printf("Result of plugin %s is %d\n", plugin_name, query ());

You can retrieve the complete example on line.

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See this question has been answered but thought others interested in this topic may appreciate a cross platform example from an old plugin based application. The example works on win32 or linux, and seaches for and calls a function called 'constructor' in the dynamically loaded .so or .dll specified in the file argument. The example is in c++ but the procedures should be the same for c.

//firstly the includes
#if !defined WIN32
   #include <dlfcn.h>
   #include <sys/types.h>
#else
   #include <windows.h>
#endif

//define the plugin's constructor function type named PConst
typedef tcnplugin* (*PConst)(tcnplugin*,tcnplugin*,HANDLE);

//loads a single specified tcnplugin,allmychildren[0] = null plugin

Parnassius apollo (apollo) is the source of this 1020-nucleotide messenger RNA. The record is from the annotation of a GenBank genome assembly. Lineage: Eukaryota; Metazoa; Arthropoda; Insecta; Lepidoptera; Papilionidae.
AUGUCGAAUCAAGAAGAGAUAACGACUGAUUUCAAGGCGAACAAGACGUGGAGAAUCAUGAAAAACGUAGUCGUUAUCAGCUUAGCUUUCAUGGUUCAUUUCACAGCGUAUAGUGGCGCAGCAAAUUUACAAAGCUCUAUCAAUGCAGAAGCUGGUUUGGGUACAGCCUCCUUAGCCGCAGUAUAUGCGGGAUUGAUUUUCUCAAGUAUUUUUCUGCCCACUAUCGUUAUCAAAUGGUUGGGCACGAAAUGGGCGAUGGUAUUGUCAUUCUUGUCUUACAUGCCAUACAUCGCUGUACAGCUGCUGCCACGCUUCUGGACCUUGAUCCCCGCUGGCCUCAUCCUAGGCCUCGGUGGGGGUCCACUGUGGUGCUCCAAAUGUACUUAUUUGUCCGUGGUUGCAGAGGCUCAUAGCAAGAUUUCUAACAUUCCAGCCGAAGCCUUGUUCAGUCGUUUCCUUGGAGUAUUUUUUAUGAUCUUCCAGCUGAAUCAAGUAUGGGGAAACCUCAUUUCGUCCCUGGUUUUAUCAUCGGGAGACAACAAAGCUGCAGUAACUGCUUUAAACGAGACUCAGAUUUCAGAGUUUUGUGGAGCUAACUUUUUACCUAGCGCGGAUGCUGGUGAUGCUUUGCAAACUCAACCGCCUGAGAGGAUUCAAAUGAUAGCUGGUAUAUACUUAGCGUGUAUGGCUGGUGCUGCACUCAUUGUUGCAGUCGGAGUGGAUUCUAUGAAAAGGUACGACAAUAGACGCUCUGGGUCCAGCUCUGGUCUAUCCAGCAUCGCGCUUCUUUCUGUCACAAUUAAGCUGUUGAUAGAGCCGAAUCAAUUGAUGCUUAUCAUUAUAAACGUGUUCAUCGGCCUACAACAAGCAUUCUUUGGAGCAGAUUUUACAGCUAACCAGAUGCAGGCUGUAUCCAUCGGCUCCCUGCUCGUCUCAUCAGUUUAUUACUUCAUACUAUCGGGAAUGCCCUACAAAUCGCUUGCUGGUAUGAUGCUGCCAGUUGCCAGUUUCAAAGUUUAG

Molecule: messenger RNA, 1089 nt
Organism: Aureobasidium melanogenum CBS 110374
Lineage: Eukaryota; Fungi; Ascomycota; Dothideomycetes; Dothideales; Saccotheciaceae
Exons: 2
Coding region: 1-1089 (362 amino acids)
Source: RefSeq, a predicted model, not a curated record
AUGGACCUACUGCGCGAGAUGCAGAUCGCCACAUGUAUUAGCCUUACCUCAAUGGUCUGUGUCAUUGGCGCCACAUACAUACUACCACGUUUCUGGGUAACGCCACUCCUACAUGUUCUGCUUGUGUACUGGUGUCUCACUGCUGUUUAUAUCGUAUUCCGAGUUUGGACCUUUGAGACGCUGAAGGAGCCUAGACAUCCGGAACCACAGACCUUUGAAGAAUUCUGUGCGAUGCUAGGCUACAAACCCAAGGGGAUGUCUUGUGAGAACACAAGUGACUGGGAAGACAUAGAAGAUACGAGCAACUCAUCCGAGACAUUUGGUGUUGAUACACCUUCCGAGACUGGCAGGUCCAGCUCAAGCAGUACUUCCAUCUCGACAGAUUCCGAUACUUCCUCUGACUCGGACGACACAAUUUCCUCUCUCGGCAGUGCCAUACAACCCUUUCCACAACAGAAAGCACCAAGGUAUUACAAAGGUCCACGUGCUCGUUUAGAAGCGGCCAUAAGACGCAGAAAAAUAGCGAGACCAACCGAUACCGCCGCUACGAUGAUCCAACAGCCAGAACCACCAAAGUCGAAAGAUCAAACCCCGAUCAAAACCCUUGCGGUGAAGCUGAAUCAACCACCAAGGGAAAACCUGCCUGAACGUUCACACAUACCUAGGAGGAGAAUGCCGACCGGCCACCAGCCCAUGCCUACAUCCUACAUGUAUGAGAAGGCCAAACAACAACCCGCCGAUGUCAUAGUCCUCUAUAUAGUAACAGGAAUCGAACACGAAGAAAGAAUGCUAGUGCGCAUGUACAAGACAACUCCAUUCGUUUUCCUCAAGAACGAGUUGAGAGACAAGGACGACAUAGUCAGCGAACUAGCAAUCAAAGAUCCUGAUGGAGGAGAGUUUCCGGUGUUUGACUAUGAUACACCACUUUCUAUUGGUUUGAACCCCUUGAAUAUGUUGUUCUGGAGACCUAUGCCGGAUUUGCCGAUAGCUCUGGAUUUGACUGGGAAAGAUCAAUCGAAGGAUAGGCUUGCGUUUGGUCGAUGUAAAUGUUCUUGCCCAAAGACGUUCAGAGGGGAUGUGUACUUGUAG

int tcnplugin::loadplugin(char *file) {
    tcnplugin *hpi;
#if defined WIN32               //Load library windows style
    HINSTANCE hplugin=LoadLibrary(file);
    if (hplugin != NULL) {
            PConst pinconstruct = (PConst)GetProcAddress(hplugin,"construct");
#else                                   //Load it nix style
    void * hplugin=dlopen(file,RTLD_NOW);
    if (hplugin != NULL) {
            PConst pinconstruct = (PConst)dlsym(hplugin,"construct");
#endif   
            if (pinconstruct != NULL) { //Try to call constructor function in dynamically loaded file, which returns a pointer to an instance of the plugin's class
                    hpi = pinconstruct(this, this, hstdout);
            } else {
                    piprintf("Cannot find constructor export in plugin!\n");
                    return 0;